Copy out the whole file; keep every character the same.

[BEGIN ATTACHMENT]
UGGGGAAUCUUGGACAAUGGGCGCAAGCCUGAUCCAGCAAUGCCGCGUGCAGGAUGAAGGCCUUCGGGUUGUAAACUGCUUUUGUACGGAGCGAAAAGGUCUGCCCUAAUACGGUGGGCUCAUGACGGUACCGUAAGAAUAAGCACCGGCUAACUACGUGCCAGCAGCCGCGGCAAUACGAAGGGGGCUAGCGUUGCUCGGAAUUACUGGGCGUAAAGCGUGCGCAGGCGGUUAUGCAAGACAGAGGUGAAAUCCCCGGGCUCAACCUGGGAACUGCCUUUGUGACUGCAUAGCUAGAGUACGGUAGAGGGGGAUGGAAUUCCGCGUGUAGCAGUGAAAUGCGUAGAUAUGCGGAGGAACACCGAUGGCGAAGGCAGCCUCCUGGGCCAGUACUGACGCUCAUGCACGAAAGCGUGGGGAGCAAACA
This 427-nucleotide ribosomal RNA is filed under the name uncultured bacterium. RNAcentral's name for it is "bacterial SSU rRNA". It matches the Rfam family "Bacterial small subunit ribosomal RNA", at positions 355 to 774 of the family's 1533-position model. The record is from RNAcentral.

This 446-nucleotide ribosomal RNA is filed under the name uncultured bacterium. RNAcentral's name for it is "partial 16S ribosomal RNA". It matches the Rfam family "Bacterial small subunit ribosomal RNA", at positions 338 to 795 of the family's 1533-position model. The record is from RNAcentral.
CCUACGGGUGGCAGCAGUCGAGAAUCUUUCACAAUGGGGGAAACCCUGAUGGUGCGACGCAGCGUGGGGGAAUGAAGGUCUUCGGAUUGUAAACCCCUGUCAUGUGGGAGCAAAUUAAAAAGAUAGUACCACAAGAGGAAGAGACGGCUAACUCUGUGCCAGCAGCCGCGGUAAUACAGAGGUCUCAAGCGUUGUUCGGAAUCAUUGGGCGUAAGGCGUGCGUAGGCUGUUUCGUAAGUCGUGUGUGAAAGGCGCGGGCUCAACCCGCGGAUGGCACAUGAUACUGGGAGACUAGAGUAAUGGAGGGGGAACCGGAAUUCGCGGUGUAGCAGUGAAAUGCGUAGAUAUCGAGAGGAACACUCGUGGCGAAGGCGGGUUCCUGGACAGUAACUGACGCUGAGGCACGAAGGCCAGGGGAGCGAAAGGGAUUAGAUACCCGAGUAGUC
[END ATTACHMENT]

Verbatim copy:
UGGGGAAUCUUGGACAAUGGGCGCAAGCCUGAUCCAGCAAUGCCGCGUGCAGGAUGAAGGCCUUCGGGUUGUAAACUGCUUUUGUACGGAGCGAAAAGGUCUGCCCUAAUACGGUGGGCUCAUGACGGUACCGUAAGAAUAAGCACCGGCUAACUACGUGCCAGCAGCCGCGGCAAUACGAAGGGGGCUAGCGUUGCUCGGAAUUACUGGGCGUAAAGCGUGCGCAGGCGGUUAUGCAAGACAGAGGUGAAAUCCCCGGGCUCAACCUGGGAACUGCCUUUGUGACUGCAUAGCUAGAGUACGGUAGAGGGGGAUGGAAUUCCGCGUGUAGCAGUGAAAUGCGUAGAUAUGCGGAGGAACACCGAUGGCGAAGGCAGCCUCCUGGGCCAGUACUGACGCUCAUGCACGAAAGCGUGGGGAGCAAACA
This 427-nucleotide ribosomal RNA is filed under the name uncultured bacterium. RNAcentral's name for it is "bacterial SSU rRNA". It matches the Rfam family "Bacterial small subunit ribosomal RNA", at positions 355 to 774 of the family's 1533-position model. The record is from RNAcentral.

This 446-nucleotide ribosomal RNA is filed under the name uncultured bacterium. RNAcentral's name for it is "partial 16S ribosomal RNA". It matches the Rfam family "Bacterial small subunit ribosomal RNA", at positions 338 to 795 of the family's 1533-position model. The record is from RNAcentral.
CCUACGGGUGGCAGCAGUCGAGAAUCUUUCACAAUGGGGGAAACCCUGAUGGUGCGACGCAGCGUGGGGGAAUGAAGGUCUUCGGAUUGUAAACCCCUGUCAUGUGGGAGCAAAUUAAAAAGAUAGUACCACAAGAGGAAGAGACGGCUAACUCUGUGCCAGCAGCCGCGGUAAUACAGAGGUCUCAAGCGUUGUUCGGAAUCAUUGGGCGUAAGGCGUGCGUAGGCUGUUUCGUAAGUCGUGUGUGAAAGGCGCGGGCUCAACCCGCGGAUGGCACAUGAUACUGGGAGACUAGAGUAAUGGAGGGGGAACCGGAAUUCGCGGUGUAGCAGUGAAAUGCGUAGAUAUCGAGAGGAACACUCGUGGCGAAGGCGGGUUCCUGGACAGUAACUGACGCUGAGGCACGAAGGCCAGGGGAGCGAAAGGGAUUAGAUACCCGAGUAGUC